Should I Stay Or Should I Go?

For example, converting a full-resolution RGB signal from a camera into a color-difference signal involves reducing the resolution of the color signals, so if your digitization process includes that color conversion, the resulting digital signal will be lower quality than the original analog one. That may not matter in most applications and probably will result in better quality than one would get from a long RGB cable, but it might not satisfy a high-end compositing requirement. That’s not the fault of the digitization process, but of the color conversion that’s implicit in the converter. A higher-quality conversion is an option, but it might double your cabling requirements and/or the cost of the converters on both ends.

Be alert for things that look like other things. I guess that we could call that "functional aliasing." One of the problems with modern integrated electronic boxes is that it’s difficult to figure out what really goes on inside them. Discrete component systems of days gone by may have been hard to understand, but most of the functions could be analyzed by studying a diagram of a circuit or looking at the input and output signals. Modern systems are much more complicated and functions are often hidden inside sophisticated integrated circuits, making it hard to figure out what the box does under different conditions.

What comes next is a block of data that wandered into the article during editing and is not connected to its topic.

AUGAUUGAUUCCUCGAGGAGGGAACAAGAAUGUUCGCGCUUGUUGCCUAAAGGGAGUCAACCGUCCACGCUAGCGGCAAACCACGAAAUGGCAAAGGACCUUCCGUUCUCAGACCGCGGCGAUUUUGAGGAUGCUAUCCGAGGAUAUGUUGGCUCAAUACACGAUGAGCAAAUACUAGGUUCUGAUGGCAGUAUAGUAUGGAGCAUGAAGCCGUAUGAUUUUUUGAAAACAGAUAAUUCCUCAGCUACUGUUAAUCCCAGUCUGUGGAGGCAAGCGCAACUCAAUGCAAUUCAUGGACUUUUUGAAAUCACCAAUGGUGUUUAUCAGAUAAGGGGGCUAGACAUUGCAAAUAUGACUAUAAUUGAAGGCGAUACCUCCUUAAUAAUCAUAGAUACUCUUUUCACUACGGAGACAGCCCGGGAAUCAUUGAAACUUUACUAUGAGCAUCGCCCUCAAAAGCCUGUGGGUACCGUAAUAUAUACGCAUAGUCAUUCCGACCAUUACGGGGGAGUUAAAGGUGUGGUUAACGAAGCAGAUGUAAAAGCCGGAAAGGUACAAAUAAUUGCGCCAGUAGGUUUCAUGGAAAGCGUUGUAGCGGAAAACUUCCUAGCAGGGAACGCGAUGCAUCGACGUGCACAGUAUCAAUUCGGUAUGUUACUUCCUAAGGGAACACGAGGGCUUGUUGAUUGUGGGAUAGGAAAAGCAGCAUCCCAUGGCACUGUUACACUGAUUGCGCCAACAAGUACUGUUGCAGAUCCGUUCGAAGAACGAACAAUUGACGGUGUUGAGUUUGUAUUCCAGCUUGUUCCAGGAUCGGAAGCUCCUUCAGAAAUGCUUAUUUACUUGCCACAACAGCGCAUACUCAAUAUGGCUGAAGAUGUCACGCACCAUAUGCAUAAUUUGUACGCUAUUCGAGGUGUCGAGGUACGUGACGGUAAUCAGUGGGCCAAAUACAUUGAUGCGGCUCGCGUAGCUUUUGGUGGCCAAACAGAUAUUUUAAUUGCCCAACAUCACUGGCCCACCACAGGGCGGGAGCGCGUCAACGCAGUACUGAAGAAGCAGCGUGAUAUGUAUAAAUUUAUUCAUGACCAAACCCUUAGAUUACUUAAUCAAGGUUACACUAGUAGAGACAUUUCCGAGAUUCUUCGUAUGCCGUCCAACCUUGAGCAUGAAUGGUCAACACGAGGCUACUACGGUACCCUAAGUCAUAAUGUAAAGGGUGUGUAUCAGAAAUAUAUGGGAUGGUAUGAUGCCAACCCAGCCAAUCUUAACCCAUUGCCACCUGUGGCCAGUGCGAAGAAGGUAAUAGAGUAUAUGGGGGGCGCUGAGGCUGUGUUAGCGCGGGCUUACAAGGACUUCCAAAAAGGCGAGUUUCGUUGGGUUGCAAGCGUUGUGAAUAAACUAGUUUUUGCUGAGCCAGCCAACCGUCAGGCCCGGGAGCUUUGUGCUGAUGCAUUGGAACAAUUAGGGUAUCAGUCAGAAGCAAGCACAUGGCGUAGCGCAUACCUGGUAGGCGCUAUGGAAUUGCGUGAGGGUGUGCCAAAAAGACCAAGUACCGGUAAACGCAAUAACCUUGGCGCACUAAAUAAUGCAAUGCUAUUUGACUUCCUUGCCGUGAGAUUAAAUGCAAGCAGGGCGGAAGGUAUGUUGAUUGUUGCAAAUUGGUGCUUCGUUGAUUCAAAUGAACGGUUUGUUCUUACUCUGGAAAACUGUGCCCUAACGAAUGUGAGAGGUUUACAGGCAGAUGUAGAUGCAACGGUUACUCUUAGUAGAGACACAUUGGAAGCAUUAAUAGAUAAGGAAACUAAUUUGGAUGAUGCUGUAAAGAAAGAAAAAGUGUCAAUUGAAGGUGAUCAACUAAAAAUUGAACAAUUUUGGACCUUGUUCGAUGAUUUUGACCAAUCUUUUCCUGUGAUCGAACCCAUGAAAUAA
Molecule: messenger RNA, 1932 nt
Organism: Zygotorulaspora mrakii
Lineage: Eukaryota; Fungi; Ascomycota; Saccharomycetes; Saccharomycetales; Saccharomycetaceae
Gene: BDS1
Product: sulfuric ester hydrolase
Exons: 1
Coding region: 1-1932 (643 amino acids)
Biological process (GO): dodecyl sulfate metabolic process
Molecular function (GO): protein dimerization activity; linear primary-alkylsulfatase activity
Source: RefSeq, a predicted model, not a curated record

Herein lies one of the conundrums of modern technology. While our devices make it easier for us to perform functions, it’s often harder to predict specific performance under varying conditions. That means that it’s still important to test and practice your craft under as many conditions as you can, so that you’ll be proficient when a new situation arises.

I guess some things haven’t changed so much.

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